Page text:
Japan Expresses Concern Over China’s Military Expansion

April 29, 2021 Updated: April 29, 2021

Japan expressed concern over the Chinese regime’s military expansion and its activities in the Indo-Pacific in a foreign policy report released on April 27.

Beijing’s strengthening of its military and activities in the East and South China Seas “has become a serious security concern for the region and the international community,” states the “Diplomatic Bluebook of Japan 2021,” an annual report by the country’s Ministry of Foreign Affairs.

The bluebook highlighted that during the past 30 years, the Chinese regime’s military spending has increased by approximately 44 times. Beijing now has the world’s largest navy. As of early 2020, the U.S. Navy had approximately 293 ships compared to the estimated 350 ships that make up China’s naval force, according to a 2020 Pentagon report (pdf).

The bluebook stated that incursions by Chinese coast guard ships in waters near the disputed Senkaku Islands violated international law by entering Japanese territorial waters. The inhabited islands are located in the East China Sea and are claimed by both Japan and China, which calls them the Diaoyu Islands.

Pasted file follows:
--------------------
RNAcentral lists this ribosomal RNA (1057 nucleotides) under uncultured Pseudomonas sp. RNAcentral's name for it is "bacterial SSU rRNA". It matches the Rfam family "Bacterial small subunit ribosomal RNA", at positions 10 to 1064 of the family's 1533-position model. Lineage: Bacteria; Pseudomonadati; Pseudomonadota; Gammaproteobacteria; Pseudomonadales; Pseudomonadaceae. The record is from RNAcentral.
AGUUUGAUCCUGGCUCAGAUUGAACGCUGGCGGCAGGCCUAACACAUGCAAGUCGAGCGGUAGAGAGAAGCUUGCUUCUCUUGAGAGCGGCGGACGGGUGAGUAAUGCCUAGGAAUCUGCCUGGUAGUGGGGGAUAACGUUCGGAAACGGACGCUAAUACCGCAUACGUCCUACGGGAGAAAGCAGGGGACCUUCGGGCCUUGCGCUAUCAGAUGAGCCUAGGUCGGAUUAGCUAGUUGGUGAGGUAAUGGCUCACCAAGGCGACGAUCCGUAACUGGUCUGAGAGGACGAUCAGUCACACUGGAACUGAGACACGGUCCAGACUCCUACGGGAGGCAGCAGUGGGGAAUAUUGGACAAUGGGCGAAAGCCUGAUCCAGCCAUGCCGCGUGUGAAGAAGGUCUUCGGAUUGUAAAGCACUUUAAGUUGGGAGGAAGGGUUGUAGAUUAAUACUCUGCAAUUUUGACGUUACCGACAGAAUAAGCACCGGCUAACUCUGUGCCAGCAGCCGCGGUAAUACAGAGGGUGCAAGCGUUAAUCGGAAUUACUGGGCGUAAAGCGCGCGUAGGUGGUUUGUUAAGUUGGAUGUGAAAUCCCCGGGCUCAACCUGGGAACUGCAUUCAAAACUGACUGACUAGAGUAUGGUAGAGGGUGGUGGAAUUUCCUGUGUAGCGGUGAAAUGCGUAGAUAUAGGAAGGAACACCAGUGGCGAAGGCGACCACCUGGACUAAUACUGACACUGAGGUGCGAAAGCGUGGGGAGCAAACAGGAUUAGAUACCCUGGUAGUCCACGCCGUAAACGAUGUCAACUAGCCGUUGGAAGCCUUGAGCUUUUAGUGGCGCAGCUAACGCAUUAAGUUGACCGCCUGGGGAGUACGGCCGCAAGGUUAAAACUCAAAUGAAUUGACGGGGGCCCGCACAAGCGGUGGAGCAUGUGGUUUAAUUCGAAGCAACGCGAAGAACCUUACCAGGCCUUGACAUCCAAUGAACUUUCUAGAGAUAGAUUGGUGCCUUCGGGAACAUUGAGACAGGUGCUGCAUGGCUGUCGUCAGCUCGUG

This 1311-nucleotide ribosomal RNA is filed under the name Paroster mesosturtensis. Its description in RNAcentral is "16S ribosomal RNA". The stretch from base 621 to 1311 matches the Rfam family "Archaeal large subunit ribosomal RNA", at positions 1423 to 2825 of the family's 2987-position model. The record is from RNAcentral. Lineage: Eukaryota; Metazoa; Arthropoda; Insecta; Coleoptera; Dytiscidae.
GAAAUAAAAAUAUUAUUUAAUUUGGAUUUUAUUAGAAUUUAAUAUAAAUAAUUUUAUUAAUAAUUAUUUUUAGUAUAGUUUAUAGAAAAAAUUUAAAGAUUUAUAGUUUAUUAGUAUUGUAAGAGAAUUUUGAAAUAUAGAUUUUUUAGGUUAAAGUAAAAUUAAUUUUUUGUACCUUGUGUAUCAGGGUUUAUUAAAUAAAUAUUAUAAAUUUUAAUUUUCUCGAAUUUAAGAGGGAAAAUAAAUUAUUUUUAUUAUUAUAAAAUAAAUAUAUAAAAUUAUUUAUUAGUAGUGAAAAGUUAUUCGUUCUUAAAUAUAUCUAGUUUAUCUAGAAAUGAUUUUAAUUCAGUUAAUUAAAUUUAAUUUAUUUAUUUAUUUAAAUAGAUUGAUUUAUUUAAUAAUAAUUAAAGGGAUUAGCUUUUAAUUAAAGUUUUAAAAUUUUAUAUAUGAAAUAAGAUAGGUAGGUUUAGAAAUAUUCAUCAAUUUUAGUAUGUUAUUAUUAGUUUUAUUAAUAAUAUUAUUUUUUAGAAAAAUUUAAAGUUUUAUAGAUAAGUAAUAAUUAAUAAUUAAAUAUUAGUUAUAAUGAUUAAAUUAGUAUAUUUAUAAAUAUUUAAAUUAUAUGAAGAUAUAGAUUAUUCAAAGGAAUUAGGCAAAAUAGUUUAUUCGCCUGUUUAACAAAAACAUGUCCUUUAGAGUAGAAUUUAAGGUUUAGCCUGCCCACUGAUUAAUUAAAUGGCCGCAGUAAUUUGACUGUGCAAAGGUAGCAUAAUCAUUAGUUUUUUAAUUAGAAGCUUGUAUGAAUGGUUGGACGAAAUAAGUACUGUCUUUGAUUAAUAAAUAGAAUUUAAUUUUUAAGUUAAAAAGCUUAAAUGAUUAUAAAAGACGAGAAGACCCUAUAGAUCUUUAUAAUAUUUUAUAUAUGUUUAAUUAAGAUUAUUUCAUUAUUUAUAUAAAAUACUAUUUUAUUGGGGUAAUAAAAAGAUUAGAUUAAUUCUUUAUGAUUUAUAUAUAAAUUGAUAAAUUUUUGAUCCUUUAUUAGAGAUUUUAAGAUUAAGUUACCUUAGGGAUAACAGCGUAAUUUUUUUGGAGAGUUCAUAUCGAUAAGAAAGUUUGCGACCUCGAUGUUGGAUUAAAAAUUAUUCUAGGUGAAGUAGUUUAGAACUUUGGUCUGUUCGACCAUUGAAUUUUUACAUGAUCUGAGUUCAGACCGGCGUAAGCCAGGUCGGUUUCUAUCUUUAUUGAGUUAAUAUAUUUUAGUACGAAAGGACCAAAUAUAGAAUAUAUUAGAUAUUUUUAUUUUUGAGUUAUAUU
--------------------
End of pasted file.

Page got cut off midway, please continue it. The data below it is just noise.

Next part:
The report also criticized China’s new coast guard law, which allows its maritime law enforcement to fire at foreign vessels.

The statements by Japan came amid escalated Chinese activity in the East and South China Seas. The regime recently sent large vessels believed to be manned by maritime militia to the disputed Whitsun Reef in the South China Sea, prompting protest from the Philippines.

The Chinese regime claims sovereignty to almost the entire South China Sea, despite a 2016 international court ruling that rejected these territorial claims. Brunei, Indonesia, Malaysia, the Philippines, Taiwan, and Vietnam have competing claims in the waterway. The South China Sea, one of the world’s major shipping routes, has been regarded as among the most volatile regions in the world.

The bluebook also expressed concern about the regime’s crackdown in Hong Kong and human rights abuses in the Xinjiang region.

Beijing reacted angrily to Japan’s statement, with Wang Wenbin, spokesperson for China’s foreign ministry, on April 27 saying the bluebook “viciously attacks and smears China and unjustifiably interferes in China’s internal affairs.”

Earlier this month, Japanese Prime Minister Yoshihide Suga met with President Joe Biden at the White House, in Biden’s first face-to-face summit since taking office. The two leaders had serious discussions on the Chinese regime’s influence in the Indo-Pacific, Suga said at the White House on April 16.

“We agreed to oppose any attempts to change the status quo by force or coercion in the East and South China Seas, and intimidation of others in the region,” he said.